Our spotlight in March is on Easton Lee, a very talented Jamaican poet. I enjoyed reading his collection, From Behind the Counter: Poems from a rural Jamaican Experience.
Lee was born in the town of Wait-a-bit (Yes, Jamaica has these interesting place names!) in the western Jamaica parish of Trelawny to a Chinese father and a Jamaican mother of mixed ancestry. The poems in From Behind the Counter relate his experience as a child working behind the counter of his parents' grocery store in rural Jamaica in the 1930s.
Most of the Chinese who came to Jamaica eventually set up small businesses such as grocery shops and other enterprises. They have made tremendous contributions to the economic and social development of Jamaica.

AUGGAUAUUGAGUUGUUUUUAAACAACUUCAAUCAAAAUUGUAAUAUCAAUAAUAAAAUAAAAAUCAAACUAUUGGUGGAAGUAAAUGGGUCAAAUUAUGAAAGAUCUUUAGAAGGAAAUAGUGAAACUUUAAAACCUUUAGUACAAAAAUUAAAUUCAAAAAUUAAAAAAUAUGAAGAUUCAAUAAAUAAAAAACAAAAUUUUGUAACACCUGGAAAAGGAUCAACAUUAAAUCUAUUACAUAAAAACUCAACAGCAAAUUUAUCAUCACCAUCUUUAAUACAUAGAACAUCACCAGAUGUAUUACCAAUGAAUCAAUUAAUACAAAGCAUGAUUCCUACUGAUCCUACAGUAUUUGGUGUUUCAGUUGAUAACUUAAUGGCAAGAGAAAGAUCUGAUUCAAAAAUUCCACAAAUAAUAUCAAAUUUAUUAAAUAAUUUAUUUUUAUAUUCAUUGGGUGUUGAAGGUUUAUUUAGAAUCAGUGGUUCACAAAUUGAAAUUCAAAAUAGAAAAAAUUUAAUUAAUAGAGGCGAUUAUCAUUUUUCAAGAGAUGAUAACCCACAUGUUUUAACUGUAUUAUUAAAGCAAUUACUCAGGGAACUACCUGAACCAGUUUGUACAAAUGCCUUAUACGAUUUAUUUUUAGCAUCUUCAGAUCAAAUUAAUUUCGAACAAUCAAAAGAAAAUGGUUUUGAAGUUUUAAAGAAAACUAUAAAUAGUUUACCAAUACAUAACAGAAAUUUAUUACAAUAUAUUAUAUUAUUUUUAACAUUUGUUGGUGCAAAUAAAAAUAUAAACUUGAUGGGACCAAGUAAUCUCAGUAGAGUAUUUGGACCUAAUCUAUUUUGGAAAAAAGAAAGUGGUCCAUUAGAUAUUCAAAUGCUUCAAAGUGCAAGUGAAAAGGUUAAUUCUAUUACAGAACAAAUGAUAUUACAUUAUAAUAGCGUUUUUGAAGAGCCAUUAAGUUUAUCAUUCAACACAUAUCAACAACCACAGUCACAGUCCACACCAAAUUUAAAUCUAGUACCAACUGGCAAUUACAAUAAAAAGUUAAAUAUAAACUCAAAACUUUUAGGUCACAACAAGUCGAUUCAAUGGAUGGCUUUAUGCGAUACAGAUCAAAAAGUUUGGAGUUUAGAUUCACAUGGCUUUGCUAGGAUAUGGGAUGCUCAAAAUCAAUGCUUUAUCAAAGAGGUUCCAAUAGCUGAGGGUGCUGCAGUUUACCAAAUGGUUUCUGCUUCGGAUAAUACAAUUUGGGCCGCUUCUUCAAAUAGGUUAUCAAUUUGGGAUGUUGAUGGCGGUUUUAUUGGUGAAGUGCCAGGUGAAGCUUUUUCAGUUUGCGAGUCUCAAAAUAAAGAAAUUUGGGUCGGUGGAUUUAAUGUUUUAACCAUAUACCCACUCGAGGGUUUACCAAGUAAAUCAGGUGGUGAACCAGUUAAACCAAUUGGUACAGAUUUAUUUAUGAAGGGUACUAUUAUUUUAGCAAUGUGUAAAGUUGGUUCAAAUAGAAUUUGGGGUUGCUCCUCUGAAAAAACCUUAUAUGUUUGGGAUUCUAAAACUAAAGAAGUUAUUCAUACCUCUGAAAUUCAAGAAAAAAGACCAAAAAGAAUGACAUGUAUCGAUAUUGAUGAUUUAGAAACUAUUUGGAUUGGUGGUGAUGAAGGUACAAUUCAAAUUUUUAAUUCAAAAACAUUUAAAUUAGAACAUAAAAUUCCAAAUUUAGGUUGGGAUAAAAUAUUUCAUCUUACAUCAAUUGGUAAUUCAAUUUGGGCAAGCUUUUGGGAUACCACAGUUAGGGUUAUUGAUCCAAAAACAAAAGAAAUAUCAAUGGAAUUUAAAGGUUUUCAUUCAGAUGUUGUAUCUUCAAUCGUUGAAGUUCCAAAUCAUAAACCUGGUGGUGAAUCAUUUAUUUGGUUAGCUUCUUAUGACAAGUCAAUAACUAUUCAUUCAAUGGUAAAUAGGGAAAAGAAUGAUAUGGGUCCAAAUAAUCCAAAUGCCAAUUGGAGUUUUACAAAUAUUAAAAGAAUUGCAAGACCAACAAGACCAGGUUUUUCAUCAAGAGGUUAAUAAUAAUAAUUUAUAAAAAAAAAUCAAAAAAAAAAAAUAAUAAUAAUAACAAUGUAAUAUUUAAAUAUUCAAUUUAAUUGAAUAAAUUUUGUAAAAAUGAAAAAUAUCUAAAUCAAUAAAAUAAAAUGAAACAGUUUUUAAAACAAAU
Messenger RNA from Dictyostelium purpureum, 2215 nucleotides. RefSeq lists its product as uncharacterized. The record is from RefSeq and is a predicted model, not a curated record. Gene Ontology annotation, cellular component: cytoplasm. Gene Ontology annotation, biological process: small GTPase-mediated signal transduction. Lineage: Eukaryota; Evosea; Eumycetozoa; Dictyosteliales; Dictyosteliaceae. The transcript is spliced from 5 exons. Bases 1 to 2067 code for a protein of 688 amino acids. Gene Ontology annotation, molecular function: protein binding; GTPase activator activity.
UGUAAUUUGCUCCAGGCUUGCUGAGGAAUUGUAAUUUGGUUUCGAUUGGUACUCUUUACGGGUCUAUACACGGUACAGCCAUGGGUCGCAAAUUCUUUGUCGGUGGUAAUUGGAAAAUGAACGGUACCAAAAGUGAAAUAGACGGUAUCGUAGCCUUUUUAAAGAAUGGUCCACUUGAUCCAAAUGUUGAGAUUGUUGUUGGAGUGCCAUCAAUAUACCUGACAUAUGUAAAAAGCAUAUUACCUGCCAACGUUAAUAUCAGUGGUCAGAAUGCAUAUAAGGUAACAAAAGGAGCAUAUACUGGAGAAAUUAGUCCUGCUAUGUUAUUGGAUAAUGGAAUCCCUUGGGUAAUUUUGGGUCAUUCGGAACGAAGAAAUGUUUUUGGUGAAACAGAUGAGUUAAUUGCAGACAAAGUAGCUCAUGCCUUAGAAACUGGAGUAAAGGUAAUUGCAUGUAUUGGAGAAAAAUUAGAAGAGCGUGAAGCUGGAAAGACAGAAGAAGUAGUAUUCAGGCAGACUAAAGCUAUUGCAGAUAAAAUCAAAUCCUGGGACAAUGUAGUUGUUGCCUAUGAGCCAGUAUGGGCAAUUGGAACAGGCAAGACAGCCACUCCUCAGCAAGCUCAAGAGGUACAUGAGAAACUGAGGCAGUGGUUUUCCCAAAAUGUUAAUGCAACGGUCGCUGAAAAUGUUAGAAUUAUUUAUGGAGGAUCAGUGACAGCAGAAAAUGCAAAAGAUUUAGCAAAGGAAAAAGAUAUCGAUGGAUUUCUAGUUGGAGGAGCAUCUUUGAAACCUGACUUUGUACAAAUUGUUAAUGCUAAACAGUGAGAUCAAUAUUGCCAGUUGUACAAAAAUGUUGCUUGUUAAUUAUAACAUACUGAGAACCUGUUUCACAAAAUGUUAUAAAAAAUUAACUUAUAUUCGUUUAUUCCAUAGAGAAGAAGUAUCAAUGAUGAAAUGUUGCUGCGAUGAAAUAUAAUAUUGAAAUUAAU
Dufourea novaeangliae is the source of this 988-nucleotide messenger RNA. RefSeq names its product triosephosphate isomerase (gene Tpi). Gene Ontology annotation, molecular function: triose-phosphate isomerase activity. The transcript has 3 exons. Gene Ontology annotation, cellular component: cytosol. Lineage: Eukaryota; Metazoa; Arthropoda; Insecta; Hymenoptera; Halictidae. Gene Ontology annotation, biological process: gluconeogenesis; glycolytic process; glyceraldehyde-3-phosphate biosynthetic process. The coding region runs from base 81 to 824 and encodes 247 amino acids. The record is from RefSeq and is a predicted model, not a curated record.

I am particularly pleased to focus on Easton Lee this month and to highlight the contributions of Chinese Jamaicans to the Jamaican and Caribbean literary scene. I often get surprised reactions whenever I share that Jamaica has a fairly sizeable Chinese and East Indian population (our motto is in fact Out of Many, One People).
Some of my favorite poems from the collection are: My Mother is a People, Who Fa Granny, Outside Pickney and Negril Sunset (If you have been to Negril, you will definitely appreciate Negril Sunset).
I hope you will enjoy the postings this month on this creative son of the Jamaican soil!